Reality gives us the measure of the “reactionary” credo. Who would imagine that, in a town that hosts an important university, where the metropolitan bishop goes to the Opera and the Museum, the Orthodox parochial school that the bishop founded has pupils whose parents totally forbid them watching TV? Teachers have problems choosing what stories to tell children, as they must avoid Walt Disney cartoon characters… as Disney’s “guilty” of having been a freemason. Artists with academic ranks regard Western art after Byzantium as degenerate. Confessors of students discourage them from dabbling in “modernist” culture. “Folklore” is a safe topic in relation to “disputable imports”. A star of the young generation of theological authors prints at his (otherwise prestigious) publishing house texts with ridiculous anti-Semitic quotes from St Cosmas the Aetolian.

The “foremost Romanian theological personality” considers that “our kin” isn’t the Jewish neighbour living in the same building, but the relative living in the “Romanian” village where we originated. People who dreamt of a totalitarian, repressive, and bellicose Orthodoxy are regarded as saints. Still, often, nationalism becomes a surrogate for culture. Even the patriarch had to back off with regard to ecumenical dialogue. What culture can result from such an understanding of Orthodoxy? Let’s get serious; Orthodoxy’s cultural crisis is severe. We can easily see its effects. Perhaps, as Pope Francisco suggested, a Church needs to become a minority in a country in order to return to its role as fruitful yeast. Too much arrogance due to strong influence can be fatal for it.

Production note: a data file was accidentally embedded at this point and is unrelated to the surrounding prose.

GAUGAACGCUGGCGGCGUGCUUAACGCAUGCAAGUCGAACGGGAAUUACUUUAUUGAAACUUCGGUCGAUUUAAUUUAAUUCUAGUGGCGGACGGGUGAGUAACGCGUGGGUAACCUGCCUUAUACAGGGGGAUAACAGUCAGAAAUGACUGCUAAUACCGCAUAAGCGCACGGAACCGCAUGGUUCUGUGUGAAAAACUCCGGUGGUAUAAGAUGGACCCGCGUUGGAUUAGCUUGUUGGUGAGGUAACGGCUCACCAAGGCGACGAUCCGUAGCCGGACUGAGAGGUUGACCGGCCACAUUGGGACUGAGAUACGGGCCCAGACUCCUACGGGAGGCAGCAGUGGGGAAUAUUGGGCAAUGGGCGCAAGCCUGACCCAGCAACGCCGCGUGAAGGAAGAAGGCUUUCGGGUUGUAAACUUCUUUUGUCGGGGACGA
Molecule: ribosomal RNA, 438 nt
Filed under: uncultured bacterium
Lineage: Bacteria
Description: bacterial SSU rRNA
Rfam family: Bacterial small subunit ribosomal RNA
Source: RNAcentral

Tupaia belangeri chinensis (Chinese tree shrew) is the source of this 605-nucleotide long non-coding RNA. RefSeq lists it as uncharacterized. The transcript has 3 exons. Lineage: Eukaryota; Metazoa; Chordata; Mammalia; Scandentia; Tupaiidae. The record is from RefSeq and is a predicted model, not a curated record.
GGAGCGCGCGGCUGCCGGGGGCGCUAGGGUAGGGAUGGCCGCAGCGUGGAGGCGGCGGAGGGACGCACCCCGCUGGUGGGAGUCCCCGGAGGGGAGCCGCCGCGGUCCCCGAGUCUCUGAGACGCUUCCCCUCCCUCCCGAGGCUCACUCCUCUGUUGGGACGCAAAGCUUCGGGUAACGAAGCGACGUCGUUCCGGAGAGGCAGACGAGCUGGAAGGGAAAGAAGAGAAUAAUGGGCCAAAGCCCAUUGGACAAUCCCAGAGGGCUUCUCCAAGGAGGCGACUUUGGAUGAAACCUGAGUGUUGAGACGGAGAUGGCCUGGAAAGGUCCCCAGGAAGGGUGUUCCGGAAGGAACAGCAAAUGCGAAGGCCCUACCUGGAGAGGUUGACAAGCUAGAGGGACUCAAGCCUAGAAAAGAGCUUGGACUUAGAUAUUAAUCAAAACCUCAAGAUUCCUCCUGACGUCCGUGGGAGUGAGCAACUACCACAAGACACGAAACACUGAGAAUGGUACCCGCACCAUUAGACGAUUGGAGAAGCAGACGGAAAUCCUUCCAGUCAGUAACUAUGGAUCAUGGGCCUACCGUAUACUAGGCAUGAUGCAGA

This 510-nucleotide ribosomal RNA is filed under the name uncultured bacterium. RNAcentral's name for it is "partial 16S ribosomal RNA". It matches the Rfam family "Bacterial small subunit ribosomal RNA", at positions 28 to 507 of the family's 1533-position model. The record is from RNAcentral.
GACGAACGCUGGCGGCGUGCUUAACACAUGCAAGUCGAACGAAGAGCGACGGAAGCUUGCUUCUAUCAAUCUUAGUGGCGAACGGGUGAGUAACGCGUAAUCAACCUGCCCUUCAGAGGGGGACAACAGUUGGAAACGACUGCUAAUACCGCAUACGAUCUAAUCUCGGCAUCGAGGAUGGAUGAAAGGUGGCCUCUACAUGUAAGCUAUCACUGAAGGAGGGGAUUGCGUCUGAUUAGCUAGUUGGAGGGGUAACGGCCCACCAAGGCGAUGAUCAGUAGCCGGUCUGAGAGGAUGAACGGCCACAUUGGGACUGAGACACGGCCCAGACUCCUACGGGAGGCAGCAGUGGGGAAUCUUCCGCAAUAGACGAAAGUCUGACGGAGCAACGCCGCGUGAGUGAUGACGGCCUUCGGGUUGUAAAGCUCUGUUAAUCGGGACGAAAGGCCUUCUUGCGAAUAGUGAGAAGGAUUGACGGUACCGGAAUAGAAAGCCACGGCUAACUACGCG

3 October 2013

Bogdan Catalin

Nine O’ Clock



Volen Siderov to Head Bulgarian Delegation to International Orthodox Assembly

00 Volen Siderov. Bulgaria. 03.10.13


Editor’s Note:

The BSP is the old Bulgarian Communist Party (BKP), they’re the most popular political bloc in contemporary Bulgaria. The DPS is a contradiction in terms… it’s neoliberal, but its a coalition partner in the present BSP government. It represents the interests of the Muslim minority. GERB is a rightwing pro-American bunch, yet, with populist overtones. Ataka is anti-EU, anti-American, and anti-NATO, and for the renationalisation of enterprises and the encouragement of Orthodoxy, so, of course, the West calls it extremist.



Volen Nikolov Siderov, the controversial leader of Bulgaria’s nationalist Ataka party, shall lead the Bulgarian National Assembly‘s delegation to the Interparliamentary Assembly on Orthodoxy (IAO). Siderov, who received a degree in theology in 2009, also headed the previous delegation from the National Assembly (2009-13). Lawmakers Plamen Slavov (Bulgarian Socialist Party (BSP)), Irena Uzunova and Vladimir Toshev (Citizens for European Development of Bulgaria (GERB)), and Yordan Tsonev (Movement for Rights and Freedoms (DPS)) are also members of the delegation. The IAO is an interparliamentary body, set up upon the initiative of the Hellenic Parliament. Its mission is “the need for the presence of Orthodoxy, as a common cultural expression of a large number of European citizens, in the shaping of contemporary Europe”.

3 October 2013


Sofia News Agency